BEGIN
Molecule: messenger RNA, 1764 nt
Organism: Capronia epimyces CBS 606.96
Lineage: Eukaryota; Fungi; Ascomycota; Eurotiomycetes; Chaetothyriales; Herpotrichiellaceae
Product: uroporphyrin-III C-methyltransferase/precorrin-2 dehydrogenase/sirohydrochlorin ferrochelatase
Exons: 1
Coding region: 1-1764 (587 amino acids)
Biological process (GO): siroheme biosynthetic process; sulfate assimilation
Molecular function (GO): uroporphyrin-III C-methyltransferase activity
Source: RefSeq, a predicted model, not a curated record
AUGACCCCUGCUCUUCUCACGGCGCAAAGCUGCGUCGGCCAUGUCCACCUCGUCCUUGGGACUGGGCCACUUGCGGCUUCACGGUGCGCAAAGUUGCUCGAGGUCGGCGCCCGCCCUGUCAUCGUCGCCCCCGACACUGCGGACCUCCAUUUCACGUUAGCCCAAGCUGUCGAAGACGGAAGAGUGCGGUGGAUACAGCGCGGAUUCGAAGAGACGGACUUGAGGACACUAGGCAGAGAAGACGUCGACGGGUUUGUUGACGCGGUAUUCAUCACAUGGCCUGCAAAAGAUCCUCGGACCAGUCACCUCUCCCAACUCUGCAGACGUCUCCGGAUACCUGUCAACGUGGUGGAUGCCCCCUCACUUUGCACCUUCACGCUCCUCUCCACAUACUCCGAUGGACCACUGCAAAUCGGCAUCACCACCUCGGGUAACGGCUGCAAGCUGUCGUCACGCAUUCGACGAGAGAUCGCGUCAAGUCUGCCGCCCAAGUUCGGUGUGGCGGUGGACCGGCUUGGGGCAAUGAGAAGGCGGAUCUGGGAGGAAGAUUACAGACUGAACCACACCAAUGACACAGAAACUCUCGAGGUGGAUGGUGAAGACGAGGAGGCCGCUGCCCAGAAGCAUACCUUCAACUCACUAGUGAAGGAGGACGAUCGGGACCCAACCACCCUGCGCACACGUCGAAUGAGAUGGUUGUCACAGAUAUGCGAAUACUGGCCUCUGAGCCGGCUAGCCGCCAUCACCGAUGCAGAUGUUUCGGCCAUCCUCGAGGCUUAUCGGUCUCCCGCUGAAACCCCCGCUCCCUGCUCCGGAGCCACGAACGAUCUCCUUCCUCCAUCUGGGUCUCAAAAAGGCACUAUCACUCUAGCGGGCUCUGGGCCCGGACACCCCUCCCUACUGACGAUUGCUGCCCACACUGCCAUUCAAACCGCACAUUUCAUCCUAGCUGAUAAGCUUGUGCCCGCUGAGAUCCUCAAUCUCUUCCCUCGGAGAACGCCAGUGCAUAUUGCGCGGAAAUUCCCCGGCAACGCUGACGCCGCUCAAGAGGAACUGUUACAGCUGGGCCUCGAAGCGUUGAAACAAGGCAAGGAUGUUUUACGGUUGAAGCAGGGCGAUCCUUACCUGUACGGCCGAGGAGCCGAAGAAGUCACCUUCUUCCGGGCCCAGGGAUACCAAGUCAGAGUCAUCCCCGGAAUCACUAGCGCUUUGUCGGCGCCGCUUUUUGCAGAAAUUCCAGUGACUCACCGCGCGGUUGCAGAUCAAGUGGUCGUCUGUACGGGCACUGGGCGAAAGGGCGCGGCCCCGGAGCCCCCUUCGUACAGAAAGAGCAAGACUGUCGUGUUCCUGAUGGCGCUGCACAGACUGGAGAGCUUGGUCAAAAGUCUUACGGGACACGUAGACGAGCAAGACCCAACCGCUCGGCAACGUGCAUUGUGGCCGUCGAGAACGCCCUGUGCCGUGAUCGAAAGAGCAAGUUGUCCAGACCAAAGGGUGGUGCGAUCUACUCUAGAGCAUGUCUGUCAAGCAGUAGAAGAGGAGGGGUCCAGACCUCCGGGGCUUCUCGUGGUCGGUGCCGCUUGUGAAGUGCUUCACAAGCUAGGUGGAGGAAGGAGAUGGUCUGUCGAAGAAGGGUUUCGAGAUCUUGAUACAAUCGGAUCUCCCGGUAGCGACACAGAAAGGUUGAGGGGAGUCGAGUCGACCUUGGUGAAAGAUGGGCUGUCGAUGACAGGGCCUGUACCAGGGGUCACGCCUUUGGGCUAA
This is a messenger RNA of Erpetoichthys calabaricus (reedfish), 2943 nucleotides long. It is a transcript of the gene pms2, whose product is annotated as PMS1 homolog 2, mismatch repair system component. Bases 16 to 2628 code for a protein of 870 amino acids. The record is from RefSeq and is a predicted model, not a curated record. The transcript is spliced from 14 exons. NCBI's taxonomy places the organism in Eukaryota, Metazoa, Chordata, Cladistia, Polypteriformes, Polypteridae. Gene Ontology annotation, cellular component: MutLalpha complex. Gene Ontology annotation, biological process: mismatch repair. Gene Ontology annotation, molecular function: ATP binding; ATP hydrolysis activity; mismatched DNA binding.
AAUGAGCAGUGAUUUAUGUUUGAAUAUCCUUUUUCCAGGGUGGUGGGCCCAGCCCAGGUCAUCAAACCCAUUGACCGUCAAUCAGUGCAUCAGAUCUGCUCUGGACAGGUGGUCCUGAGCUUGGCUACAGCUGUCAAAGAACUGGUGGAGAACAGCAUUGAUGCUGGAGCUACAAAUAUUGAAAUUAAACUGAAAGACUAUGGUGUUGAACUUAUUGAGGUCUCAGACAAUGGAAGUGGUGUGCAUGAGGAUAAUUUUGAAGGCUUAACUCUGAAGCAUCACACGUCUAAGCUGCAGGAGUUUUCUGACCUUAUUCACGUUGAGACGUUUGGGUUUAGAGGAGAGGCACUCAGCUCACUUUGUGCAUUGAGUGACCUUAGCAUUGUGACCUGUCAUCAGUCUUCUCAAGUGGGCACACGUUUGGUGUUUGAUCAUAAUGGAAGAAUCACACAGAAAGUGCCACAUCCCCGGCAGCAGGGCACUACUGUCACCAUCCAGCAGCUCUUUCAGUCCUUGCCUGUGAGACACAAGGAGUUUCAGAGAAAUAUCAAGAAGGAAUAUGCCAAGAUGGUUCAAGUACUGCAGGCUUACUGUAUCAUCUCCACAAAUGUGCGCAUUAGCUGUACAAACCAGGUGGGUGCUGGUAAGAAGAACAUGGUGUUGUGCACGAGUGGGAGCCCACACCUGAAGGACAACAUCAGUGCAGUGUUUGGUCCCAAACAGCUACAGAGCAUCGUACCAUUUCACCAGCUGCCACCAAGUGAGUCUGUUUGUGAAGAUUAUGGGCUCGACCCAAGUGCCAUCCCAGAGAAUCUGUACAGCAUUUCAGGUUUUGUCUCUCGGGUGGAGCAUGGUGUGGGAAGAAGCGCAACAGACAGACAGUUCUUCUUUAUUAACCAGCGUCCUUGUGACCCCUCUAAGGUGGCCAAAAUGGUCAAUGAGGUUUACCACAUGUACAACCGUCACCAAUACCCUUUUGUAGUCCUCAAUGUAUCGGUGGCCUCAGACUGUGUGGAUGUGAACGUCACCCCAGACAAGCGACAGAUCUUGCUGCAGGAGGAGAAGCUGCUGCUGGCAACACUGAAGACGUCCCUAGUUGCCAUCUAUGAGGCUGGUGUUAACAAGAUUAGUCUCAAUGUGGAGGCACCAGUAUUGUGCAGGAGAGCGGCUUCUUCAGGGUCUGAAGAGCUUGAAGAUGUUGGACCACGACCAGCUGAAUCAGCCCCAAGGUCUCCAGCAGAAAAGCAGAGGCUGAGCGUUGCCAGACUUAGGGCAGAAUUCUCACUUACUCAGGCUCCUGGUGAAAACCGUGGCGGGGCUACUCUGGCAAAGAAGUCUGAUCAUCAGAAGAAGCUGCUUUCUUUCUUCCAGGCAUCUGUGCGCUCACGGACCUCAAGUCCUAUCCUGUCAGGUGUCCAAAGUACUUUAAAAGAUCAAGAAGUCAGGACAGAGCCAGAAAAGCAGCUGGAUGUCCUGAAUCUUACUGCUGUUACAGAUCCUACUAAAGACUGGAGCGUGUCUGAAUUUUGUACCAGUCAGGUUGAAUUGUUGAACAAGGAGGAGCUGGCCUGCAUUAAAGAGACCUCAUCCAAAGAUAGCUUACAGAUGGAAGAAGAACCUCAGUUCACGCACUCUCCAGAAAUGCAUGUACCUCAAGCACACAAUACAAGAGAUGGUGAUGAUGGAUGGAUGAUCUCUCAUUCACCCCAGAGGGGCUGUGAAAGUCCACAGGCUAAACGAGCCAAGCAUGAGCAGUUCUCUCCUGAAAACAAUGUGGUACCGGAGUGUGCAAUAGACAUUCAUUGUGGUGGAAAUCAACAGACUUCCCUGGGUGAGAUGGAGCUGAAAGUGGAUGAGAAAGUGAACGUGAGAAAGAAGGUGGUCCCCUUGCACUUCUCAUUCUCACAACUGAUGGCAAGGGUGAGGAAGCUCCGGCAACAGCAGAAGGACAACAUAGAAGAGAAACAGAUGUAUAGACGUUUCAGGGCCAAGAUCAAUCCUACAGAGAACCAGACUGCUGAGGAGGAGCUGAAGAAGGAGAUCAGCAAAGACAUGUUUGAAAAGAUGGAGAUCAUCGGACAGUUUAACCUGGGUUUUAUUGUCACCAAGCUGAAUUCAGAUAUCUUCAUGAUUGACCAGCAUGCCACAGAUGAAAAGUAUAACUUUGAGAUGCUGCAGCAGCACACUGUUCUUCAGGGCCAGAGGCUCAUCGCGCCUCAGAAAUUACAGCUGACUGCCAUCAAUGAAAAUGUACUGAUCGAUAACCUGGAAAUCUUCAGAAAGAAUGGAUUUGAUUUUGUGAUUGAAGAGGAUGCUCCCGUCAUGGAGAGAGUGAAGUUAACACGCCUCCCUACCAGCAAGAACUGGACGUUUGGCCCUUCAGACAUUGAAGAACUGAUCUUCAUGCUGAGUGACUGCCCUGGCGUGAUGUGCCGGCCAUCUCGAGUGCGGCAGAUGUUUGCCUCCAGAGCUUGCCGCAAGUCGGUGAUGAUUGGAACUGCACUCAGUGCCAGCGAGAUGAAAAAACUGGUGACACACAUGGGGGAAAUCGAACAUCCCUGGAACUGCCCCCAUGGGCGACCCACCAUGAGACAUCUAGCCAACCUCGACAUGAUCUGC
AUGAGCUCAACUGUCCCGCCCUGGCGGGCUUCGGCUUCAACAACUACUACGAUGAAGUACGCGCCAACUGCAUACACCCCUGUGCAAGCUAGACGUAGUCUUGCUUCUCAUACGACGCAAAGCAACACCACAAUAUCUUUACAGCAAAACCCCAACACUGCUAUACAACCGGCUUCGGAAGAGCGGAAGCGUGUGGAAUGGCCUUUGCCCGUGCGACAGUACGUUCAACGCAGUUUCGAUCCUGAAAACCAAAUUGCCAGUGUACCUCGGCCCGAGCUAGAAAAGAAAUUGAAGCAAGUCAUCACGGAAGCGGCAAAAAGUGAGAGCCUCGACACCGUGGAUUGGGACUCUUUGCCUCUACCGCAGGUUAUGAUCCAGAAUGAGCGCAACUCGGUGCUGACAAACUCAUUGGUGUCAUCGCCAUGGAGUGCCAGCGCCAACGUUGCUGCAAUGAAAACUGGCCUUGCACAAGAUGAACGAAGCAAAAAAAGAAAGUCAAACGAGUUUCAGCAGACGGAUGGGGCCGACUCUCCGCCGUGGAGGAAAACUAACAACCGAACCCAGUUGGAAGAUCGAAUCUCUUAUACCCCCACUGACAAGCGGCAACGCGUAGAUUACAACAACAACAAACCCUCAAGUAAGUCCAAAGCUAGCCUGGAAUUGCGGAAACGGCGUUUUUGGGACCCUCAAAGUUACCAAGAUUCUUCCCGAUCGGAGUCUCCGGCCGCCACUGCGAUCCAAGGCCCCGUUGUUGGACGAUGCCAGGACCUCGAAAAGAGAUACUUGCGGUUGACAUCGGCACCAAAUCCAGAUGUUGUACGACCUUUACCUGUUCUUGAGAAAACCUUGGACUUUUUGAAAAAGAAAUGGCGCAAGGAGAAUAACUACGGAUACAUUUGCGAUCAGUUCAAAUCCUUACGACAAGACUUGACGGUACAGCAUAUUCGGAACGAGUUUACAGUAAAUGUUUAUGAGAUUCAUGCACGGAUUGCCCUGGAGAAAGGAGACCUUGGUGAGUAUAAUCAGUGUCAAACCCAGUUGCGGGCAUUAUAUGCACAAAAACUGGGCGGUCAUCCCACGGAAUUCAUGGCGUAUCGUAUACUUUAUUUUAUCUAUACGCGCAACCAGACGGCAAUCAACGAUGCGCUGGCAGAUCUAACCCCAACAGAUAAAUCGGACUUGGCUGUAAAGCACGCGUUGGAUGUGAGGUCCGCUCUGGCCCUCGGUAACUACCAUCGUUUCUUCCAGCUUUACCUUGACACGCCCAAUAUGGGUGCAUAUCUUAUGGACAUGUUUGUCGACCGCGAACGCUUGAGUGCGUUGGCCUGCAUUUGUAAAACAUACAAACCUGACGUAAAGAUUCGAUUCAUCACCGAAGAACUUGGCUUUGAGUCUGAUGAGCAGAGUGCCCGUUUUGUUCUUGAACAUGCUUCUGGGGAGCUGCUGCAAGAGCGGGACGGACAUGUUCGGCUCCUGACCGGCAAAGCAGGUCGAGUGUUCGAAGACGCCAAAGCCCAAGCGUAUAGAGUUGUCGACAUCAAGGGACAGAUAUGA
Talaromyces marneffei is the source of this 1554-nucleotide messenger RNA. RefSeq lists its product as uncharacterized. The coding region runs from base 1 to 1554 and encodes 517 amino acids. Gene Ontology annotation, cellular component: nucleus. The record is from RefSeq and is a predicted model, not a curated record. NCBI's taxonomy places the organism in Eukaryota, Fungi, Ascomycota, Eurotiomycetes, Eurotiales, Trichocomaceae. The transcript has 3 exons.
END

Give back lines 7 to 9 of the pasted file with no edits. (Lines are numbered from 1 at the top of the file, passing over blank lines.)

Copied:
Biological process (GO): siroheme biosynthetic process; sulfate assimilation
Molecular function (GO): uroporphyrin-III C-methyltransferase activity
Source: RefSeq, a predicted model, not a curated record